Wrong. No corporation allowed to sell goods in the United States of America has EVER violated so many laws, scorched the Earth so badly, or been so unapologetic in their doings than Wal-Mart.
    E
    I don't think so,

    Clear Cutting? Coal/oil indistry? Meatpackaging/slaughtering/raising? Iron mills? Leather tanneries dumping toxins into the river? Exxon dumping oil? Dichloro-Diphenyl-Trichloroethane (DDT) in agriculture? Ford Pinto? Tobacco Industry? Computer recycling at Dell/Hp/IBM? Nike? Disney/Mc D's exploiting children? etc.................


    http://news.com.com/When+PCs+pollute/2100-1041_3-5837134.html

    Staff Writer, CNET News.com

    Published: August 17, 2005, 2:09 PM PDT

    Dust on the floor of workshops in India and China has a lot to say about the unintended afterlife of PCs and television sets cast off by consumers and businesses in the United States.

    A new report from Greenpeace International takes a close look at the presence of toxic metals such as lead and chemicals, including flame retardants, in places where obsolete electronic gear is disassembled and often scavenged for its pieces. Its conclusions: E-waste recycling work is dangerously unregulated and further evidence that electronics makers need to take more responsibility for the gear they produce.

    "Both wastes and hazardous chemicals used in the processing (of spent electronics) are commonly handled with little regard for the health and safety of the work force or surrounding communities and with no regard for the environment," the report says. "Overall, the result is severe contamination."

    In conjunction with the report's publication Wednesday, environmental activists in the U.S. are urging state legislators to take action through "producer takeback" programs instead of upfront consumer fees. Electronics makers, they say, need to be held responsible for managing their products even after they go out of service, and export of e-waste to developing countries should be banned.

    "What we really need is an effective national and global system. If the producers have responsibility for their products at the end of their life, then they have an incentive to design them to be less toxic in the first place," said Ted Smith, the chair of the national Computer TakeBack Campaign and senior strategist for the Silicon Valley Toxics Coalition, which promotes responsible electronics recycling.

    Producer takeback bills started in Maine in 2004 and are up for review in many states including Oregon, Minnesota, Michigan, Wisconsin, Rhode Island and Washington. The takeback programs, which put the burden on manufacturers for handling end-of-life electronics, contrast with California's Electronic Waste Recycling Act, which requires consumers to pay recycling fees at the time of purchase. Smith said the takeback programs are preferable because they encourage companies to comply through a method of peer pressure and competitive advantage.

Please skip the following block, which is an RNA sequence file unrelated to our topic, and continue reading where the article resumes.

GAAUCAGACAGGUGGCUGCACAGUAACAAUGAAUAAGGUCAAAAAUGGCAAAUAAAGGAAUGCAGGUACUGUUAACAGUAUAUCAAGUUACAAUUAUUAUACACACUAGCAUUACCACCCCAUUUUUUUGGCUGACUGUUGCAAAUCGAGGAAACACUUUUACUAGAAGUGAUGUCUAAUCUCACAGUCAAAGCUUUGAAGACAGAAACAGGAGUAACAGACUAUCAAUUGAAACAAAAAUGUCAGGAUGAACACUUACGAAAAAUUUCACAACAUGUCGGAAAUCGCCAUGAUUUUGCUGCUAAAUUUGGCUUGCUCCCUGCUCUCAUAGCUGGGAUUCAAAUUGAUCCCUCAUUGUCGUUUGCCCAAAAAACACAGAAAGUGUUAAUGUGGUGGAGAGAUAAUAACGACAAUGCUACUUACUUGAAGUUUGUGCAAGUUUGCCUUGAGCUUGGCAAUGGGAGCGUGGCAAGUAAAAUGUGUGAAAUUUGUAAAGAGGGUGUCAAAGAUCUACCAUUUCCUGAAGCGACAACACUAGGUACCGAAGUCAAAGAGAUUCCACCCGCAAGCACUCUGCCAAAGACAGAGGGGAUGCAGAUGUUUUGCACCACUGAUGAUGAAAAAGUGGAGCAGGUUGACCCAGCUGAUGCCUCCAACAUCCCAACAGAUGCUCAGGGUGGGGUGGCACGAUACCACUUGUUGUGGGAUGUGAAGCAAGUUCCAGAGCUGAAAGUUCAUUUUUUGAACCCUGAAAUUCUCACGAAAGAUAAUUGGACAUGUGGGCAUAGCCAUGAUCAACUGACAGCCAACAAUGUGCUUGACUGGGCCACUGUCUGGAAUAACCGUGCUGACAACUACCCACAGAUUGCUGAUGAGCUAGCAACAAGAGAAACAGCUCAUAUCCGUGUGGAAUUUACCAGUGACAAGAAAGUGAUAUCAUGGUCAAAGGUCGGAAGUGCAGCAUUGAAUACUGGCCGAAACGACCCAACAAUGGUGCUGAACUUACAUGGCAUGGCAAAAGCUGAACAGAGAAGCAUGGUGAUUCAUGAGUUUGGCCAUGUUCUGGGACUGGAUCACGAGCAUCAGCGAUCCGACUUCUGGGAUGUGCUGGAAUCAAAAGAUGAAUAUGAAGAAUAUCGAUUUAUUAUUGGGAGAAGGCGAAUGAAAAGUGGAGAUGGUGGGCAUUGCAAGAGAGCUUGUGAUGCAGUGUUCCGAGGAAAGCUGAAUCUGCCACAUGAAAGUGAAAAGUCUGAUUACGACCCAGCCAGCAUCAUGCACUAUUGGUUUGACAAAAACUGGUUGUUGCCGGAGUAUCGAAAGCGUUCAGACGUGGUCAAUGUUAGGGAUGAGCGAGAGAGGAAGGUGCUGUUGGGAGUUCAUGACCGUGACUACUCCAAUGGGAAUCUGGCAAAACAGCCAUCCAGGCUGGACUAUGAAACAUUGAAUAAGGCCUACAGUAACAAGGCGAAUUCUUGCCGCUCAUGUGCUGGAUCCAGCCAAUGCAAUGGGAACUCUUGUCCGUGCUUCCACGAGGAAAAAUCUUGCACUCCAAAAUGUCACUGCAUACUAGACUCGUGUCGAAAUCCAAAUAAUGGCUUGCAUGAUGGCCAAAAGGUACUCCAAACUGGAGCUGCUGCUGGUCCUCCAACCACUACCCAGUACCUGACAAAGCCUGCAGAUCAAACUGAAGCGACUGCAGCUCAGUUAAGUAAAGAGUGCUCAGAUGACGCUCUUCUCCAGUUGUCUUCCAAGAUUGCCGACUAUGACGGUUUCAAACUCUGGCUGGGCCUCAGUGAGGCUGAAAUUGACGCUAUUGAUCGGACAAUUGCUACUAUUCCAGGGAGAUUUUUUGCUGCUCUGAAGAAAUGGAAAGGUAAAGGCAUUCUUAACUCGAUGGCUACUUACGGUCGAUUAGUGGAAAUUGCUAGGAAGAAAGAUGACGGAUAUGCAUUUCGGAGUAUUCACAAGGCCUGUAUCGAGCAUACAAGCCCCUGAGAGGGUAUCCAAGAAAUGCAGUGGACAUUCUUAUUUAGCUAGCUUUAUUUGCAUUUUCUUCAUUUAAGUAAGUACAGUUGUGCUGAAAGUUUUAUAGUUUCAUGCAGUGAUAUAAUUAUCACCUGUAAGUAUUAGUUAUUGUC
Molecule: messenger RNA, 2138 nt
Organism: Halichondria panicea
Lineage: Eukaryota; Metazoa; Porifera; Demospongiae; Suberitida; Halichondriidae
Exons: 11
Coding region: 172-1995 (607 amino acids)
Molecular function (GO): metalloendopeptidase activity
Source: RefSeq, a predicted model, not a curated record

Despite the best efforts of legislators and environmental groups, however, Smith said there is still no guarantee that products purchased in North America and Europe would not end up in a pile of garbage somewhere in China or India.

    Hewlett-Packard, which has long had recycling programs in place, says it vets its recycling partners for socially and environmentally responsible practices, but agrees with the notion that not all scrap electronics can be policed.


    "There is a need for companies and governments to have a recycling infrastructure," said John Frey, who manages corporate environmental strategy for HP. "When these materials aren't appropriately handled at end of life, less-desirable outcomes occur like those being pointed out in Asia."

    The European Union's Waste Electrical and Electronic Equipment directive has been going into effect in a number of countries--not without a few bumps. In Ireland this month, for instance, the Labour Party charged that retailers have used the directive as an opportunity to hike up prices disproportionately. Market researcher Gartner has estimated that legal changes could add $60 to the price of PCs in Europe this year.

    Doing the dirty work
    Small dismantling units in the New Delhi region handle about 40 percent of electronic waste in India, and nearly half of this is illegally imported from the U.S. and Europe, according to Greenpeace India's Ramapati Kumar. Much of the waste is sent in by recyclers under the pretext of "reuse and charity" and sometimes in the form of "mixed metal scrap" that can be imported under Indian rules.

    Kumar said products of all major gear makers like HP, IBM, Dell and Toshiba can be found in backyard recycling sites. This shows, he said, that products taken back by these corporations under their recycling programs eventually land in developing countries through traders and recyclers in the U.S. and Europe. The reason for that, he said, is cost--it costs $20 to recycle a PC in the U.S. while it costs $2 in India.